Vintage Antique Jewelry Victorian Art Deco Nouveau Lalique Cartier Dior Enamel

Vintage Antique Jewelry Victorian Art Deco Nouveau Lalique Cartier Dior Enamel
Vintage Antique Jewelry Victorian Art Deco Nouveau Lalique Cartier Dior Enamel
Vintage Antique Jewelry Victorian Art Deco Nouveau Lalique Cartier Dior Enamel
Vintage Antique Jewelry Victorian Art Deco Nouveau Lalique Cartier Dior Enamel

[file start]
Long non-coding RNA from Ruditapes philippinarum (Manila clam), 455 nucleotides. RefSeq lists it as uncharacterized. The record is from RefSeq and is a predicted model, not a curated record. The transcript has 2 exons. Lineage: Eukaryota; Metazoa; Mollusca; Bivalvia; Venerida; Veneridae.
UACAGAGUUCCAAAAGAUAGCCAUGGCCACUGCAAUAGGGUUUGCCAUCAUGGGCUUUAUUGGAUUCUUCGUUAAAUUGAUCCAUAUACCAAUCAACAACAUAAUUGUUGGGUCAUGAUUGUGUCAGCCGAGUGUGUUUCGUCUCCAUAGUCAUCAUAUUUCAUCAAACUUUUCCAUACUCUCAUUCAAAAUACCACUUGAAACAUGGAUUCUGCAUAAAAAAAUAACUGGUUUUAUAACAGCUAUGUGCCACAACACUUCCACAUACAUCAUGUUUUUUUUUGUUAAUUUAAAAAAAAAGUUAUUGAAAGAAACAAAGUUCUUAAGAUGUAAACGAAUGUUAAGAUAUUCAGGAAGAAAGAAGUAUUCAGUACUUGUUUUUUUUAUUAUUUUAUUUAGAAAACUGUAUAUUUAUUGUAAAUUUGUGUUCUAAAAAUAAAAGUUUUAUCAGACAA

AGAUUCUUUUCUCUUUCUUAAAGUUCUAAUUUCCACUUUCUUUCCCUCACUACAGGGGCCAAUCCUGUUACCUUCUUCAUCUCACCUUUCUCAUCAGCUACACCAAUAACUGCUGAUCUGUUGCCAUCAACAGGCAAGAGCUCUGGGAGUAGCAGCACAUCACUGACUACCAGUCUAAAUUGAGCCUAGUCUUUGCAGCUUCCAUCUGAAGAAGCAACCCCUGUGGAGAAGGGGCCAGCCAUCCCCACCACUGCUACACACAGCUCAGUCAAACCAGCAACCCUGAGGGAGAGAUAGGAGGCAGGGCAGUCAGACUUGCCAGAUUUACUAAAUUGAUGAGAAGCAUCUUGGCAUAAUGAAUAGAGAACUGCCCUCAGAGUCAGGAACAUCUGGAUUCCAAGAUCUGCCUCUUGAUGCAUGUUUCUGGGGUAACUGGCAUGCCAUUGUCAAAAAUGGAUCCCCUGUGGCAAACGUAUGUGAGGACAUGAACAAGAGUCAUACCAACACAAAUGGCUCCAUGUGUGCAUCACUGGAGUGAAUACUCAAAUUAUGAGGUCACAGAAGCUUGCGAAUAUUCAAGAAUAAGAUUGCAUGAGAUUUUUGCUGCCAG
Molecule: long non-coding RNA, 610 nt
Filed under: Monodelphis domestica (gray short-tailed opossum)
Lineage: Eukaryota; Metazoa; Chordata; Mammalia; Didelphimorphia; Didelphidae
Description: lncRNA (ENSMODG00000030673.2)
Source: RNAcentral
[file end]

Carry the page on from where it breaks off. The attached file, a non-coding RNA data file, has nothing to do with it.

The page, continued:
Vintage Antique Jewelry Victorian Art Deco Nouveau Lalique Cartier Dior Enamel
Vintage Antique Jewelry Victorian Art Deco Nouveau Lalique Cartier Dior Enamel
Vintage Antique Jewelry Victorian Art Deco Nouveau Lalique Cartier Dior Enamel
Vintage Antique Jewelry Victorian Art Deco Nouveau Lalique Cartier Dior Enamel
Vintage Antique Jewelry Victorian Art Deco Nouveau Lalique Cartier Dior Enamel
Vintage Antique Jewelry Victorian Art Deco Nouveau Lalique Cartier Dior Enamel
Vintage Antique Jewelry Victorian Art Deco Nouveau Lalique Cartier Dior Enamel

Vintage Antique Jewelry Victorian Art Deco Nouveau Lalique Cartier Dior Enamel